“Superb… the best, most comprehensive, and most balanced single-volume biography of Washington ever written.”—Gordon S. Wood, The New York Review of Books
“A truly gripping biography of George Washington... I can’t recommend it highly enough—as history, as epic, and, not least, as entertainment. It’s as luxuriantly pleasurable as one of those great big sprawling, sweeping Victorian novels.”—Hendrik Hertzberg, The New Yorker
Lin-Manuel Miranda’s smash Broadway musical Hamilton has sparked new interest in the Revolutionary War and the Founding Fathers. In addition to Alexander Hamilton, the production also features George Washington, Thomas Jefferson, James Madison, Aaron Burr, Lafayette, and many more.
Ron Chernow's latest biography, Grant, is now available in paperback.
A dramatic portrait of one of America's most compelling generals and presidents, Ulysses S. Grant, by Pulitzer Prize winner Ron Chernow, author of the book on which the astonishing musical Hamilton is based.
As late as April 1861, when the American Civil War broke out, Ulysses S. Grant was a dismal failure. A competent officer in the war against Mexico, he had resigned from the army over his drinking and had sunk into poverty as a civilian, losing all his money in hopeless investments. He had failed to secure the command of a volunteer unit and was about to return to his abject life working in his family's leather-goods store when he was offered the colonelcy of an Illinois regiment. Less than four years later he was the commanding general of the victorious Union armies and was hailed as a military genius. He later served two terms as President of the United States. This is the epic biography of a very unheroic American hero, a modest, reticent and principled man who surprised the world and changed it for the better.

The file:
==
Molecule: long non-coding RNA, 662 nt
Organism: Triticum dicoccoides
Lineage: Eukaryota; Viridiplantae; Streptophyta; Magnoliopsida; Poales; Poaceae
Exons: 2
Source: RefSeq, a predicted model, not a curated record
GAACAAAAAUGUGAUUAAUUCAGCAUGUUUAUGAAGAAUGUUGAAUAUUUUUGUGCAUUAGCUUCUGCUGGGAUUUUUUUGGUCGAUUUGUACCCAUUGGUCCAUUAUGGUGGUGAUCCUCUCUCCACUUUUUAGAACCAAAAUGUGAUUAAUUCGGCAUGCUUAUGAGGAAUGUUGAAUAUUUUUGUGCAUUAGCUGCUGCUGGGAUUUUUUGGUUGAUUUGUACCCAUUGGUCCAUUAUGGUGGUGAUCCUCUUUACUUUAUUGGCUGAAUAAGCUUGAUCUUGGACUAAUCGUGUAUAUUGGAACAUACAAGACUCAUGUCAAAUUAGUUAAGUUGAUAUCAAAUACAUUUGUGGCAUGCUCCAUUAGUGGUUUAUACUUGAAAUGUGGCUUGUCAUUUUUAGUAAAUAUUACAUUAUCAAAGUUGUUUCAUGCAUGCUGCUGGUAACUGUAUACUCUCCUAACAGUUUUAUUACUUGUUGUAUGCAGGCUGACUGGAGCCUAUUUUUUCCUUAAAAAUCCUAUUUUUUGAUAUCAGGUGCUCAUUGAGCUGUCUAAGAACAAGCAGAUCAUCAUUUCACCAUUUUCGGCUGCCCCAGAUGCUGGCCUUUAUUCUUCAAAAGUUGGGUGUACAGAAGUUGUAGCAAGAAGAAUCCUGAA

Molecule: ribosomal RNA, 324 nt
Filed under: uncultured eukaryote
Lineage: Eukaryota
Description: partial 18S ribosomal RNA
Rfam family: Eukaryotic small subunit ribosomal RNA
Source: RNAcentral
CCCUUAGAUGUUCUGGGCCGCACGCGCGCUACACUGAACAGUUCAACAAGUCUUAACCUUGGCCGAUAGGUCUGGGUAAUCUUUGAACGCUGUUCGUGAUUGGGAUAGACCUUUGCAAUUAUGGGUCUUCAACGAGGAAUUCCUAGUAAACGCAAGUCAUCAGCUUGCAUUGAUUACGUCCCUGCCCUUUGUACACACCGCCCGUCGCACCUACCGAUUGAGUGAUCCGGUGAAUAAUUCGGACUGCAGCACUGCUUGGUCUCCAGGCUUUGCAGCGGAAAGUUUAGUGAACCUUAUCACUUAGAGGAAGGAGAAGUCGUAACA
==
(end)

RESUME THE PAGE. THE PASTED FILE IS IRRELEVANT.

A story of brilliant achievement, dazzling personalities and human frailty set against the dark background of European racism and paranoia.
The Warburgs were bankers, patrons of the arts, scholars, socialites, philanthropists and politicians. This Jewish family from Westphalia became a German success story, and embraced German culture with a passion: they loved the art, music and literature of their country and never wavered from their patriotic identification with their homeland. They advised a German Kaiser; their American cousins advised two presidents. Their investment bank still exists and is one of the oldest in the world. The Warburgs endowed libraries, built mansions and collected paintings. But in 1933 the family became a prime target of the Nazis and the world they knew came crashing down.
Bankers, philanthropists, scholars, socialites, artists, and politicians, the Warburgs stood at the pinnacle of German (and, later, of German-American) Jewry. They forged economic dynasties, built mansions and estates, assembled libraries, endowed charities, and advised a German kaiser and two American presidents. But their very success made the Warburgs lightning rods for anti-Semitism, and their sense of patriotism became increasingly dangerous in a Germany that had declared Jews the enemy.
Ron Chernow's hugely fascinating history is a group portrait of a clan whose members were renowned for their brilliance, culture, and personal energy yet tragically vulnerable to the dark and irrational currents of the twentieth century.